Funding of £2.2m has been awarded to 43 projects as part of the new Information Sharing Challenge Fund.

The Department of Health launched the fund in August to support information sharing projects that can be replicated across the NHS through the interoperability toolkit.

The DH received 95 applications asking for a total of £5.6m and has awarded 43 projects at 38 trusts or NHS organisations funding of £2.19m.

Of these; 25 are clinical correspondence projects; seven are admission, discharge and transfer projects; five are related to telehealth; four are health and social care projects; and two are dashboard projects.

All must be completed by the end of March 2013 and trusts will be paid in instalments as they hit milestones along the way. The DH said 47 new vendor applications will be accredited due to the fund.

NHS Commissioning Board interim director of intelligence, patients and information directorate Bill McAvoy said the money marks “a significant leap forward in encouraging local innovation to allow for effective information sharing between NHS organisations, social services and the third sector.”

Kings College Hospital NHS Foundation Trust had three successful bids worth more than £90,000 in total.

Deputy IT director Clive Stringer said his team was very pleased to have been awarded the funding.

“Without the funding from the challenge fund it would have been difficult, if not impossible, to get these projects agreed, because they benefit the whole health community rather than deliver specific cash releasing benefits to King’s alone.”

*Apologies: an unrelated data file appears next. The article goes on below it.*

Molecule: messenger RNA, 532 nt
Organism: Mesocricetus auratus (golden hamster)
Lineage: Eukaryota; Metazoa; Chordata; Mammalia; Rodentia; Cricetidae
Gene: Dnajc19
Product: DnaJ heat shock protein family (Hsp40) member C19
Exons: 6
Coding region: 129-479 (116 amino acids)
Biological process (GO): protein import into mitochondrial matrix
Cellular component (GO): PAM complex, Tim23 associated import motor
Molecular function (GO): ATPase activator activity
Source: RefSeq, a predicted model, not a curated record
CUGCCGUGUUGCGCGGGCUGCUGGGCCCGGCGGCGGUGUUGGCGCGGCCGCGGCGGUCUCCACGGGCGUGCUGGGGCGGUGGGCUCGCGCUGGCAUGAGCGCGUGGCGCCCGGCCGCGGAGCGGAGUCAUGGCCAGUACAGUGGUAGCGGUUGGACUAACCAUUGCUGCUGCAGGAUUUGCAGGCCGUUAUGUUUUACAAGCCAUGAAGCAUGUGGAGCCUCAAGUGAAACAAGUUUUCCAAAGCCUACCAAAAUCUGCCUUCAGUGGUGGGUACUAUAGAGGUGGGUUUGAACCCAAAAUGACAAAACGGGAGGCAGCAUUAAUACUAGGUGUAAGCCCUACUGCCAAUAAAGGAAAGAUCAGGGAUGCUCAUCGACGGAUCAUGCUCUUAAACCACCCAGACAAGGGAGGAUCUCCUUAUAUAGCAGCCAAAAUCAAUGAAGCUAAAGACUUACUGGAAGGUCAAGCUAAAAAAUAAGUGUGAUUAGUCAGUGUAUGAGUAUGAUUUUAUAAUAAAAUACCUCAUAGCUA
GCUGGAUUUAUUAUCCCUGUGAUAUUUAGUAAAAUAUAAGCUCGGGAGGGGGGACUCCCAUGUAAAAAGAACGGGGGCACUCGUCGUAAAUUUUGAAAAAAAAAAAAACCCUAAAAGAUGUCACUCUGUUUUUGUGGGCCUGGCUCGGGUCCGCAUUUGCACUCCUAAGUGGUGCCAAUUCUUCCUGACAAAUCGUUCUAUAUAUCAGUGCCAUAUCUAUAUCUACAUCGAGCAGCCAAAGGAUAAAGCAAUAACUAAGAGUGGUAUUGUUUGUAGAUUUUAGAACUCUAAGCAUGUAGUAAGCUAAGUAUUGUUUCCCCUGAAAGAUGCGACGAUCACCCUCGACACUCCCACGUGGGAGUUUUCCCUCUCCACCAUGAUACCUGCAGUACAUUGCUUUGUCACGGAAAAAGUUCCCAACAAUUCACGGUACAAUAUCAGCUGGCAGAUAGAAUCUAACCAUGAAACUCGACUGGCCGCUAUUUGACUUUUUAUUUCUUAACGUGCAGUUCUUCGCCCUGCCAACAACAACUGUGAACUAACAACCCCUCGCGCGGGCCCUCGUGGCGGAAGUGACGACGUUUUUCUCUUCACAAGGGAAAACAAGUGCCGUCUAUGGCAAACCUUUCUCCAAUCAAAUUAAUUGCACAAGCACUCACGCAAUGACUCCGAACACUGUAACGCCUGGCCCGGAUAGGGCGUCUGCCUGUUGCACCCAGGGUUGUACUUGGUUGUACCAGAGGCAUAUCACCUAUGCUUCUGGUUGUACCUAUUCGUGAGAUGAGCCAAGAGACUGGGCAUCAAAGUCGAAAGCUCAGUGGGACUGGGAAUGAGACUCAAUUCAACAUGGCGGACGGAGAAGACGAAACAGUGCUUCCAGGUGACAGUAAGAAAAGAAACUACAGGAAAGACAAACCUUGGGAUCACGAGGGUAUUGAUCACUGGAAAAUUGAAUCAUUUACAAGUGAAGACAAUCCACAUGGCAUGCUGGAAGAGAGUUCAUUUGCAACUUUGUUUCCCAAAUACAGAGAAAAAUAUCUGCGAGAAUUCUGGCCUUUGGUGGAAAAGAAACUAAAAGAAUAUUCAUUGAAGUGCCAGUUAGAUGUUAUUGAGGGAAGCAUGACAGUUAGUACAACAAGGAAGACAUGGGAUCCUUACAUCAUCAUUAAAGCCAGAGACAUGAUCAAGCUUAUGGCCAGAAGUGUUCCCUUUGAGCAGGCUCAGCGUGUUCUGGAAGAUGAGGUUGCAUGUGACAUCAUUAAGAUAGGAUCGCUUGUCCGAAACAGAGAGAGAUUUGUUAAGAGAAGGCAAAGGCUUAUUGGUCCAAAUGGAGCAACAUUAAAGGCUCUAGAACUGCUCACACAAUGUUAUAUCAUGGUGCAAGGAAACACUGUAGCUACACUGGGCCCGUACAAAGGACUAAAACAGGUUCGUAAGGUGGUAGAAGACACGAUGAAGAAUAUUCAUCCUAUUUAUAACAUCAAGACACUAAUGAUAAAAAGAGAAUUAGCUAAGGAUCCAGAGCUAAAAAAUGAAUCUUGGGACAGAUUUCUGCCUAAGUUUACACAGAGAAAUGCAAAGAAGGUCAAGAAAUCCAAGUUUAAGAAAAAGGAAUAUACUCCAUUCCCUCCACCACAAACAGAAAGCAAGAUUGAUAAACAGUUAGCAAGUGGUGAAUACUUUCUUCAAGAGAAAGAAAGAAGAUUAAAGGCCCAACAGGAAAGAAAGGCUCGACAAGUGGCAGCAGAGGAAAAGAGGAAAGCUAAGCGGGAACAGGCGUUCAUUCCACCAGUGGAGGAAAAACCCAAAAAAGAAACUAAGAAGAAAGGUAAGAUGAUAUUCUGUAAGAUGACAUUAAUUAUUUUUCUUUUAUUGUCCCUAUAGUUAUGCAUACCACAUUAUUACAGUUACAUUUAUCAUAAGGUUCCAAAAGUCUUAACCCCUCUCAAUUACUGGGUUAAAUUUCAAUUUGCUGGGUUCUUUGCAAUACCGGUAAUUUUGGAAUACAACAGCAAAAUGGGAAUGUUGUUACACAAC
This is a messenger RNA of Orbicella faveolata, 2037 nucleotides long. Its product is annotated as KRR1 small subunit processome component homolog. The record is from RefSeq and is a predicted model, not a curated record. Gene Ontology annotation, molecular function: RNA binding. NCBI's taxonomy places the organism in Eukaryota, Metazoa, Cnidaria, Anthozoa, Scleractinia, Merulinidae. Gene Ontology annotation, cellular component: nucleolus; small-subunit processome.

One of the three is a project to standardise cardiac referral messages.

Stringer said there are interoperability challenges around cardiac referrals within South London and Kent as the hospital transfer systems cannot talk to one another.

A large number of cardiac patients are transferred to specialist units in South East London so, “having systems that didn’t talk to each other was a real issue."

“From an ITK point of view it was ripe for some standardisation,” Stringer added.

Another successful project is to make a new open source integration engine, that the trust is developing with Tactix 4, ITK compliant.

“Because all the work is based on open source and will be published free of charge, other trusts using the same integration engine will be able to benefit from the project upon completion,” he said.

The trust started building the integration engine about three months ago and has recently gone live with the first ten of 50 interfaces.

The third project is implementing PCTI’s EDT Hub for sending clinical documentation to primary care.

Stringer explained that because the trust already sends this information electronically – via NHSmail – it was difficult to put together a business case that showed sufficient cost benefits of upgrading to EDT hub. However, the hub is a safer and more efficient system.

Getting the projects completed by the end of March is a challenge, but two of them mainly involve work by suppliers rather than the trust, he added.

Luton and Dunstable NHS Foundation Trust has also been awarded funding to implement an electronic observation system that will result in medical teams having easier access to patient observations.

Anne Thomson, of the electronic observation implementation team said: “This is a really exciting project that will enable easy and remote access to patient observations by facilitating more timely intervention – helping to prevent cardiac arrests and reduce avoidable deaths.”